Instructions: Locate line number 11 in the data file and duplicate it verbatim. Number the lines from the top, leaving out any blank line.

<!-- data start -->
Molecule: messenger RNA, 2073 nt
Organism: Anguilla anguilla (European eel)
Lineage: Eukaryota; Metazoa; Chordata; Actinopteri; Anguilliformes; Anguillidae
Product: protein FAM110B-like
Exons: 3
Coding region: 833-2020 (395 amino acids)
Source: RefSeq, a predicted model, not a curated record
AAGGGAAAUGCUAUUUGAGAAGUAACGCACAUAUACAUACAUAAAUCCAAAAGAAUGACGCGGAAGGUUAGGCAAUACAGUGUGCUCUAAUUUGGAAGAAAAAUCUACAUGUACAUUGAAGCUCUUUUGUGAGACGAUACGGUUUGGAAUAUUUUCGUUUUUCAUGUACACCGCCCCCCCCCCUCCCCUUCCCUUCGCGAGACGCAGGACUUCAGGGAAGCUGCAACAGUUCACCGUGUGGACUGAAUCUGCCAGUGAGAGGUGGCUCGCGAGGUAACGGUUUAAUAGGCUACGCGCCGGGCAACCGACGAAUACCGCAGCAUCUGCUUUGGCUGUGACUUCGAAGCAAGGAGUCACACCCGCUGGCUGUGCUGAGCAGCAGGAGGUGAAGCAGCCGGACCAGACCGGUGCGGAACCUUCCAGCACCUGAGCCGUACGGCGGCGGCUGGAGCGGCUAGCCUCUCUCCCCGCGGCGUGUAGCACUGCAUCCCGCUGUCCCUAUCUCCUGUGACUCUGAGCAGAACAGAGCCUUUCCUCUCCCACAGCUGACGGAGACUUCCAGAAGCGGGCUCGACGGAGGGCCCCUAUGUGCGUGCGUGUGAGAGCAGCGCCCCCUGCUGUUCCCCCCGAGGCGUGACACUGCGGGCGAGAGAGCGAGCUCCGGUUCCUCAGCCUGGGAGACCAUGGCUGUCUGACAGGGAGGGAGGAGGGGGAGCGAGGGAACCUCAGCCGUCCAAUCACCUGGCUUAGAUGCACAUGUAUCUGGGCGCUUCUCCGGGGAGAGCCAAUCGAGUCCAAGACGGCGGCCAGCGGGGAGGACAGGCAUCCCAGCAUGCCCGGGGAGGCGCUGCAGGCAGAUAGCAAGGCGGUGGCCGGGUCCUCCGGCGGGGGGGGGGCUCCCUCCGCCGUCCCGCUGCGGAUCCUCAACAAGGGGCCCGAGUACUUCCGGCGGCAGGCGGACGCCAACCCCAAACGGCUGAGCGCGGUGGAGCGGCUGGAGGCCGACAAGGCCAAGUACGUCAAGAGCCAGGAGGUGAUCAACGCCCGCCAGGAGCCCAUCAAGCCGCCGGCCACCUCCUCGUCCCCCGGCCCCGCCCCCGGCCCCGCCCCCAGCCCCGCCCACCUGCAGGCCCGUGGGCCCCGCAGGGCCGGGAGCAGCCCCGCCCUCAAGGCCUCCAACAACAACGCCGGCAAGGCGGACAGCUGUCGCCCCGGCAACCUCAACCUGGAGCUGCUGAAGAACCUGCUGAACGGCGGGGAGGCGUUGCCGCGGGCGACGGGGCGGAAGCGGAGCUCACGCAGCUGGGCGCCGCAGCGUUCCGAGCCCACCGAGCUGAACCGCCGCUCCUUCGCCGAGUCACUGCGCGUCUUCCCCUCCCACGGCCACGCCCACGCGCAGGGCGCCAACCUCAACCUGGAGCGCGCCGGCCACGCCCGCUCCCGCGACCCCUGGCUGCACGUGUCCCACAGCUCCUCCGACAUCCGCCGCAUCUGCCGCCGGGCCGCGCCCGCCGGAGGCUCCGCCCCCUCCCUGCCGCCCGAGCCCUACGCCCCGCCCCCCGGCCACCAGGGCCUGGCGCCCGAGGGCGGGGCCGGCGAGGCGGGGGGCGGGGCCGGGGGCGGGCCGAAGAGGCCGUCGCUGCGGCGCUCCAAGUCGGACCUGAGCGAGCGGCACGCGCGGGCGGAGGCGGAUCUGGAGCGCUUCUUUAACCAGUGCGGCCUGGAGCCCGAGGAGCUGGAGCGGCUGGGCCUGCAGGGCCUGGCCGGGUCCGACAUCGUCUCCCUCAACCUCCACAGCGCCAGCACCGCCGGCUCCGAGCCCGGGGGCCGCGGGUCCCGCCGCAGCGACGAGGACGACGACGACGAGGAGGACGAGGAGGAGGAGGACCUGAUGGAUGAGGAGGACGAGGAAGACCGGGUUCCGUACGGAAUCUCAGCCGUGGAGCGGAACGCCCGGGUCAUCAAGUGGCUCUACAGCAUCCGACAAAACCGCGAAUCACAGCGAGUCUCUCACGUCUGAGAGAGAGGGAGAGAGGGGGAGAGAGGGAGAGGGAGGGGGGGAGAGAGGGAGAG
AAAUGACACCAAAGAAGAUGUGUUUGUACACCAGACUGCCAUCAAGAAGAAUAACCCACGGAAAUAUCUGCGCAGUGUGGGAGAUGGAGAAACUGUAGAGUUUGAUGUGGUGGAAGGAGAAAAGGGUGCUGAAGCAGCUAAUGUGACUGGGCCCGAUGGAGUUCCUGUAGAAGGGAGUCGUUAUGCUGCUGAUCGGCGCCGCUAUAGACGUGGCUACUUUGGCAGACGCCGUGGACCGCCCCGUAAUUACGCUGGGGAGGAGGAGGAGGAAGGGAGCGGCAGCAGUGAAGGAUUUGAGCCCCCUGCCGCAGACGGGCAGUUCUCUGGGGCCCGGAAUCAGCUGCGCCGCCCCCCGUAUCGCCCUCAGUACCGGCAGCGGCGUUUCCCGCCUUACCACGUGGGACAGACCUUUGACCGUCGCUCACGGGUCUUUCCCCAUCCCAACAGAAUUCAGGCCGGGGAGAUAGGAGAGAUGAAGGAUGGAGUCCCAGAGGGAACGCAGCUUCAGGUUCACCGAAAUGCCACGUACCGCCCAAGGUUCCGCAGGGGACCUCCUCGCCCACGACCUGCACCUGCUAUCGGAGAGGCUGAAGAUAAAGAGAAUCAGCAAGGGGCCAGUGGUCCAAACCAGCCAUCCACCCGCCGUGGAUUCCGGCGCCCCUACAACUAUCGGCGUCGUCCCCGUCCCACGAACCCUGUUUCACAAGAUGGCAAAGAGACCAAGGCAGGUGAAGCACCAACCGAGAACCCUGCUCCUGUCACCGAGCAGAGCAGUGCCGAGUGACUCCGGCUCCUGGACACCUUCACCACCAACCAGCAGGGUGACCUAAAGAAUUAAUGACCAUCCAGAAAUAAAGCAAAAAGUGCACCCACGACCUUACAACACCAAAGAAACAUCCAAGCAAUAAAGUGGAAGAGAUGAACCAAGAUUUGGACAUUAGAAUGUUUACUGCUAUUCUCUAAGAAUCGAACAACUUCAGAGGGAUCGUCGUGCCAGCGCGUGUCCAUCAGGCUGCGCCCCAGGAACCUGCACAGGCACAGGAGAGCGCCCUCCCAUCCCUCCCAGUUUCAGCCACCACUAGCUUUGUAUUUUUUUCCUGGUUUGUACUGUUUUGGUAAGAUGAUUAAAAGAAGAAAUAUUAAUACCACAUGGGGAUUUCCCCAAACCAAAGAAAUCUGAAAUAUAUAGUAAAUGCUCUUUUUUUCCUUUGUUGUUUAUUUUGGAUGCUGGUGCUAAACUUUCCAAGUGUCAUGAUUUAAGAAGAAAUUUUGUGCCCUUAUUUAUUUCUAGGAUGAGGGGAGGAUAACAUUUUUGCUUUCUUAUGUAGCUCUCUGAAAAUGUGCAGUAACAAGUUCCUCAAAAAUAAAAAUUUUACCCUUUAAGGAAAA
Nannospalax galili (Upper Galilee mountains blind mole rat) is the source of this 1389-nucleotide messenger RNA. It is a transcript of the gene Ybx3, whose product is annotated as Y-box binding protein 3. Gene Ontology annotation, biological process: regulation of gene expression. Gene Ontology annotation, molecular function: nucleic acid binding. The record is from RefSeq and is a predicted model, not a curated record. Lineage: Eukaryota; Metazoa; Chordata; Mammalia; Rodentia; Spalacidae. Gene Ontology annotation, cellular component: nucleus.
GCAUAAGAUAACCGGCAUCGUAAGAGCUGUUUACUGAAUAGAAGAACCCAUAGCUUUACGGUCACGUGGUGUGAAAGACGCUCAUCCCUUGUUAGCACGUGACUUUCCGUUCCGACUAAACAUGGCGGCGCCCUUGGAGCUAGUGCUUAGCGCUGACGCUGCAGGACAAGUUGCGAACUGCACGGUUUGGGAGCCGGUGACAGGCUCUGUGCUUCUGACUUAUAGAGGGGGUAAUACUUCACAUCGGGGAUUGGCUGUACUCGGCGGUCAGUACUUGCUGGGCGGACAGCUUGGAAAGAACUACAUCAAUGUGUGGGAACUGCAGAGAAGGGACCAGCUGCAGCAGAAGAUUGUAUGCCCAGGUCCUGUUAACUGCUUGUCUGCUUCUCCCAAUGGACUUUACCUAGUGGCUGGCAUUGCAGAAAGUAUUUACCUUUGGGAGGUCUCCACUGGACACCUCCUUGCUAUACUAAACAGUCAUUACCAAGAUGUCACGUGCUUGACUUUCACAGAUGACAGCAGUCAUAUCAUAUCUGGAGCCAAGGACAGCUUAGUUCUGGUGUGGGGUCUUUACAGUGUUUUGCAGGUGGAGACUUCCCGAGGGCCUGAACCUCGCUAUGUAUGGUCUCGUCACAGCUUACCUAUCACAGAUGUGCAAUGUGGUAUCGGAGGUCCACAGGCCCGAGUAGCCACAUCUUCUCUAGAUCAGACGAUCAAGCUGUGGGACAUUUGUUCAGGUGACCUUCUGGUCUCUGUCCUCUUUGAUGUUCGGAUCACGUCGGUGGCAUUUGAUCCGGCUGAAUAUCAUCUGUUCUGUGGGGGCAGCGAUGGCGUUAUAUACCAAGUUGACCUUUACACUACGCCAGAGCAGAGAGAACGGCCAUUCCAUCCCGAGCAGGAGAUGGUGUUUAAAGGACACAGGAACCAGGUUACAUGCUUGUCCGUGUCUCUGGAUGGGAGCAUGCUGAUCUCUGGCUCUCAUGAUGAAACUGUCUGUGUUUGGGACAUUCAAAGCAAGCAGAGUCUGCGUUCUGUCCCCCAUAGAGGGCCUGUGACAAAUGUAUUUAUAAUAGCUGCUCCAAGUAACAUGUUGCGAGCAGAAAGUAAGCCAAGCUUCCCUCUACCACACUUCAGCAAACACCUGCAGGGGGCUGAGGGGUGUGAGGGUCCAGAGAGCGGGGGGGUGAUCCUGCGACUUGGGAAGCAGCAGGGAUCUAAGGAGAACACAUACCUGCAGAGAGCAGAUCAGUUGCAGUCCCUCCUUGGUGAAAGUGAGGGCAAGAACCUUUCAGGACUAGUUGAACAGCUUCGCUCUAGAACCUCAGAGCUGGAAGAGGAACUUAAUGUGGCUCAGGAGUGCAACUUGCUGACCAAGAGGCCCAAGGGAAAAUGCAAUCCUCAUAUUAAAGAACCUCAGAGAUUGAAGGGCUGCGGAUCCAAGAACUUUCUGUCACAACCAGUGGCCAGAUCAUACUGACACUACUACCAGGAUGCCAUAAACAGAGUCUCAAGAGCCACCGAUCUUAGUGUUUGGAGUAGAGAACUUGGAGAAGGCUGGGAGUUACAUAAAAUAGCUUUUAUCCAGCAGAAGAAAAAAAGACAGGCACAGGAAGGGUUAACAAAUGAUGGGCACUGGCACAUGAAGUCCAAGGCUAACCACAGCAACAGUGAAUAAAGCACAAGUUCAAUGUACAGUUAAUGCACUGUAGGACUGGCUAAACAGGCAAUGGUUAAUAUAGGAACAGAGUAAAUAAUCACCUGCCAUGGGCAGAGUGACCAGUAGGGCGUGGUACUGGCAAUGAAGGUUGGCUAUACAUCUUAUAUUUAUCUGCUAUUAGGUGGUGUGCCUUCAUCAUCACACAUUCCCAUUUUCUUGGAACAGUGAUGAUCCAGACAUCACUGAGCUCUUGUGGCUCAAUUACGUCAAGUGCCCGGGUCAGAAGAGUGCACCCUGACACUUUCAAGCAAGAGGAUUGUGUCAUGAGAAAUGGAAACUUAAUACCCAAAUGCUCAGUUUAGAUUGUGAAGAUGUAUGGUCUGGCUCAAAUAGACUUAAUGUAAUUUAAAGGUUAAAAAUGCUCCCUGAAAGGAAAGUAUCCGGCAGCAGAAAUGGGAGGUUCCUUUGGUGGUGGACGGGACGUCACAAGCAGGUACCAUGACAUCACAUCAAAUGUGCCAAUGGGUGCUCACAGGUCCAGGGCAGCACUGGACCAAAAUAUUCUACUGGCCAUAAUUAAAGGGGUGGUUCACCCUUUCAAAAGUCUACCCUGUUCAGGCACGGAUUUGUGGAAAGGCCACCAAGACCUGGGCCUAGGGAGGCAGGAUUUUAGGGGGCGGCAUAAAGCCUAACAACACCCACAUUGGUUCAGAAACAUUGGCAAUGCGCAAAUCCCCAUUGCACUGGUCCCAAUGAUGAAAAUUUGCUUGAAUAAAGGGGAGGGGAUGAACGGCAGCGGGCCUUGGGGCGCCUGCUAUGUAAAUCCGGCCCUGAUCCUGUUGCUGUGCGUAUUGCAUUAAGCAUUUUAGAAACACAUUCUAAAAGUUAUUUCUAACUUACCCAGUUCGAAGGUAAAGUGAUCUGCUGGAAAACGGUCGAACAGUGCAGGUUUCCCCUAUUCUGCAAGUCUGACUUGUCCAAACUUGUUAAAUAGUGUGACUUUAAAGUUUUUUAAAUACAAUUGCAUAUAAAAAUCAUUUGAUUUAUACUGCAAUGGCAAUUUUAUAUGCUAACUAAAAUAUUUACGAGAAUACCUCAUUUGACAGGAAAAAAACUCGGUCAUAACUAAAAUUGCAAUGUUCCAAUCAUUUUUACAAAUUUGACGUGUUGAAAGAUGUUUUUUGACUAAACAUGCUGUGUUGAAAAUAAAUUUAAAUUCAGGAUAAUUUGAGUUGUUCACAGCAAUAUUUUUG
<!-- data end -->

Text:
GCAUAAGAUAACCGGCAUCGUAAGAGCUGUUUACUGAAUAGAAGAACCCAUAGCUUUACGGUCACGUGGUGUGAAAGACGCUCAUCCCUUGUUAGCACGUGACUUUCCGUUCCGACUAAACAUGGCGGCGCCCUUGGAGCUAGUGCUUAGCGCUGACGCUGCAGGACAAGUUGCGAACUGCACGGUUUGGGAGCCGGUGACAGGCUCUGUGCUUCUGACUUAUAGAGGGGGUAAUACUUCACAUCGGGGAUUGGCUGUACUCGGCGGUCAGUACUUGCUGGGCGGACAGCUUGGAAAGAACUACAUCAAUGUGUGGGAACUGCAGAGAAGGGACCAGCUGCAGCAGAAGAUUGUAUGCCCAGGUCCUGUUAACUGCUUGUCUGCUUCUCCCAAUGGACUUUACCUAGUGGCUGGCAUUGCAGAAAGUAUUUACCUUUGGGAGGUCUCCACUGGACACCUCCUUGCUAUACUAAACAGUCAUUACCAAGAUGUCACGUGCUUGACUUUCACAGAUGACAGCAGUCAUAUCAUAUCUGGAGCCAAGGACAGCUUAGUUCUGGUGUGGGGUCUUUACAGUGUUUUGCAGGUGGAGACUUCCCGAGGGCCUGAACCUCGCUAUGUAUGGUCUCGUCACAGCUUACCUAUCACAGAUGUGCAAUGUGGUAUCGGAGGUCCACAGGCCCGAGUAGCCACAUCUUCUCUAGAUCAGACGAUCAAGCUGUGGGACAUUUGUUCAGGUGACCUUCUGGUCUCUGUCCUCUUUGAUGUUCGGAUCACGUCGGUGGCAUUUGAUCCGGCUGAAUAUCAUCUGUUCUGUGGGGGCAGCGAUGGCGUUAUAUACCAAGUUGACCUUUACACUACGCCAGAGCAGAGAGAACGGCCAUUCCAUCCCGAGCAGGAGAUGGUGUUUAAAGGACACAGGAACCAGGUUACAUGCUUGUCCGUGUCUCUGGAUGGGAGCAUGCUGAUCUCUGGCUCUCAUGAUGAAACUGUCUGUGUUUGGGACAUUCAAAGCAAGCAGAGUCUGCGUUCUGUCCCCCAUAGAGGGCCUGUGACAAAUGUAUUUAUAAUAGCUGCUCCAAGUAACAUGUUGCGAGCAGAAAGUAAGCCAAGCUUCCCUCUACCACACUUCAGCAAACACCUGCAGGGGGCUGAGGGGUGUGAGGGUCCAGAGAGCGGGGGGGUGAUCCUGCGACUUGGGAAGCAGCAGGGAUCUAAGGAGAACACAUACCUGCAGAGAGCAGAUCAGUUGCAGUCCCUCCUUGGUGAAAGUGAGGGCAAGAACCUUUCAGGACUAGUUGAACAGCUUCGCUCUAGAACCUCAGAGCUGGAAGAGGAACUUAAUGUGGCUCAGGAGUGCAACUUGCUGACCAAGAGGCCCAAGGGAAAAUGCAAUCCUCAUAUUAAAGAACCUCAGAGAUUGAAGGGCUGCGGAUCCAAGAACUUUCUGUCACAACCAGUGGCCAGAUCAUACUGACACUACUACCAGGAUGCCAUAAACAGAGUCUCAAGAGCCACCGAUCUUAGUGUUUGGAGUAGAGAACUUGGAGAAGGCUGGGAGUUACAUAAAAUAGCUUUUAUCCAGCAGAAGAAAAAAAGACAGGCACAGGAAGGGUUAACAAAUGAUGGGCACUGGCACAUGAAGUCCAAGGCUAACCACAGCAACAGUGAAUAAAGCACAAGUUCAAUGUACAGUUAAUGCACUGUAGGACUGGCUAAACAGGCAAUGGUUAAUAUAGGAACAGAGUAAAUAAUCACCUGCCAUGGGCAGAGUGACCAGUAGGGCGUGGUACUGGCAAUGAAGGUUGGCUAUACAUCUUAUAUUUAUCUGCUAUUAGGUGGUGUGCCUUCAUCAUCACACAUUCCCAUUUUCUUGGAACAGUGAUGAUCCAGACAUCACUGAGCUCUUGUGGCUCAAUUACGUCAAGUGCCCGGGUCAGAAGAGUGCACCCUGACACUUUCAAGCAAGAGGAUUGUGUCAUGAGAAAUGGAAACUUAAUACCCAAAUGCUCAGUUUAGAUUGUGAAGAUGUAUGGUCUGGCUCAAAUAGACUUAAUGUAAUUUAAAGGUUAAAAAUGCUCCCUGAAAGGAAAGUAUCCGGCAGCAGAAAUGGGAGGUUCCUUUGGUGGUGGACGGGACGUCACAAGCAGGUACCAUGACAUCACAUCAAAUGUGCCAAUGGGUGCUCACAGGUCCAGGGCAGCACUGGACCAAAAUAUUCUACUGGCCAUAAUUAAAGGGGUGGUUCACCCUUUCAAAAGUCUACCCUGUUCAGGCACGGAUUUGUGGAAAGGCCACCAAGACCUGGGCCUAGGGAGGCAGGAUUUUAGGGGGCGGCAUAAAGCCUAACAACACCCACAUUGGUUCAGAAACAUUGGCAAUGCGCAAAUCCCCAUUGCACUGGUCCCAAUGAUGAAAAUUUGCUUGAAUAAAGGGGAGGGGAUGAACGGCAGCGGGCCUUGGGGCGCCUGCUAUGUAAAUCCGGCCCUGAUCCUGUUGCUGUGCGUAUUGCAUUAAGCAUUUUAGAAACACAUUCUAAAAGUUAUUUCUAACUUACCCAGUUCGAAGGUAAAGUGAUCUGCUGGAAAACGGUCGAACAGUGCAGGUUUCCCCUAUUCUGCAAGUCUGACUUGUCCAAACUUGUUAAAUAGUGUGACUUUAAAGUUUUUUAAAUACAAUUGCAUAUAAAAAUCAUUUGAUUUAUACUGCAAUGGCAAUUUUAUAUGCUAACUAAAAUAUUUACGAGAAUACCUCAUUUGACAGGAAAAAAACUCGGUCAUAACUAAAAUUGCAAUGUUCCAAUCAUUUUUACAAAUUUGACGUGUUGAAAGAUGUUUUUUGACUAAACAUGCUGUGUUGAAAAUAAAUUUAAAUUCAGGAUAAUUUGAGUUGUUCACAGCAAUAUUUUUG